Facebook and Microsoft said they had received thousands of warrants for data from government entities in the US during the second half of 2012, but added the US government did not permit them to provide specific figures.
Instead, the government allowed the companies to release only broad numbers with no breakdowns. During the last six months of 2012, Facebook said it had received as many as 10,000 requests from local, state and federal agencies, which impacted as many as 19,000 accounts. Microsoft said that it received between 6,000 and 7,000 similar requests, affecting as many as 32,000 accounts.
The companies said some of the requests were for terrorist investigations. But others were from a local sheriff asking for data to locate a missing child or from federal marshals tracking fugitives. From these statements, it was impossible to ascertain the scale of requests made by the US National Security Agency under the Foreign Intelligence Surveillance Act (FISA).
The companies said they had been pressing the US government for permission to talk more openly about the data requests since Edward Snowden, a computer technician who did work for the NSA, disclosed that the agency was collecting data under a US government programme named Prism.
Facebook and other tech companies have vigorously denied giving the government direct access to their servers. But they said they complied with law-enforcement requests approved by a court. The companies, seeking to reassure users that authorities did not have unfettered access to personal details, said the numbers were a "tiny fraction" of their user bases.
Ted Ullyot, Facebook's general counsel, said they were only allowed to talk about total numbers and must give no specifics. But he said the permission it had received was still unprecedented, and the company was lobbying to reveal more.
Google did not release its own numbers, saying it was waiting to be able to reveal more specific and meaningful information.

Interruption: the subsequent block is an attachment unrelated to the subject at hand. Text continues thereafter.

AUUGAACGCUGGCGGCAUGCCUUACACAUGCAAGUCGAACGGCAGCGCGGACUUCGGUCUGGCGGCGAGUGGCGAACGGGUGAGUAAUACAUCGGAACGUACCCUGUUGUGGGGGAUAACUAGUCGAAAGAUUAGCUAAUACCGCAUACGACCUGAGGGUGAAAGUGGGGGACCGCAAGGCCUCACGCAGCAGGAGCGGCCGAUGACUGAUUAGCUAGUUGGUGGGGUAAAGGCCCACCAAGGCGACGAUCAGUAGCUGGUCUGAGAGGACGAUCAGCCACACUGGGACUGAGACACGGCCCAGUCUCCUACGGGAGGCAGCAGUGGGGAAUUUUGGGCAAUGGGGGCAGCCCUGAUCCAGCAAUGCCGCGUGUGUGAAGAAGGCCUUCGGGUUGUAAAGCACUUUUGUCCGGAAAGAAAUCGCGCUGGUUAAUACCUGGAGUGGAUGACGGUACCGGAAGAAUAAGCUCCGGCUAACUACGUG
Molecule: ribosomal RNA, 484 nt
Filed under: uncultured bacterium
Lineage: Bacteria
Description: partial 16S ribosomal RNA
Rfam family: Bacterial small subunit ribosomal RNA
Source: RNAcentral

Google asked the FBI and US Justice Department last week for permission to release numbers related to its handing over of data for the leaked surveillance programs, saying it has "nothing to hide." The company's "transparency report" on government requests does not include national security requests under FISA.
A person familiar with Facebook said that it at least partially complied with US legal requests 79 per cent of the time, and that it usually turned over just the user's e-mail address and internet protocol address and name, rather than the content of the person's postings or messages.
It is believed that FISA requests typically seek much more information. But it remains unclear how broad the FISA orders might be.
Several companies have said they had never been asked to turn over everything from an entire country, for example. However, the intelligence agencies could ask for all correspondence by an account holder, or even all correspondence from the users' contacts.
Among the other remaining questions are the nature of court-approved "minimisation" procedures designed to limit use of information about US residents. The NSA is prohibited from specifically targeting them.
In addition, some legal experts say that recent US laws allow for intelligence-gathering simply for the pursuit of foreign policy objectives, not just in hunting terrorists and spies.
The Washington Post, Bloomberg, Reuters
What They Say
We frequently reject such requests outright, or require the government to substantially scale down its requests … And we respond only as required by law
We continue to believe that what we are permitted to publish continues to fall short of what is needed to help the community understand and debate these issues
Our request to the government is clear: to be able to publish aggregate numbers of national security requests, including FISA disclosures, separately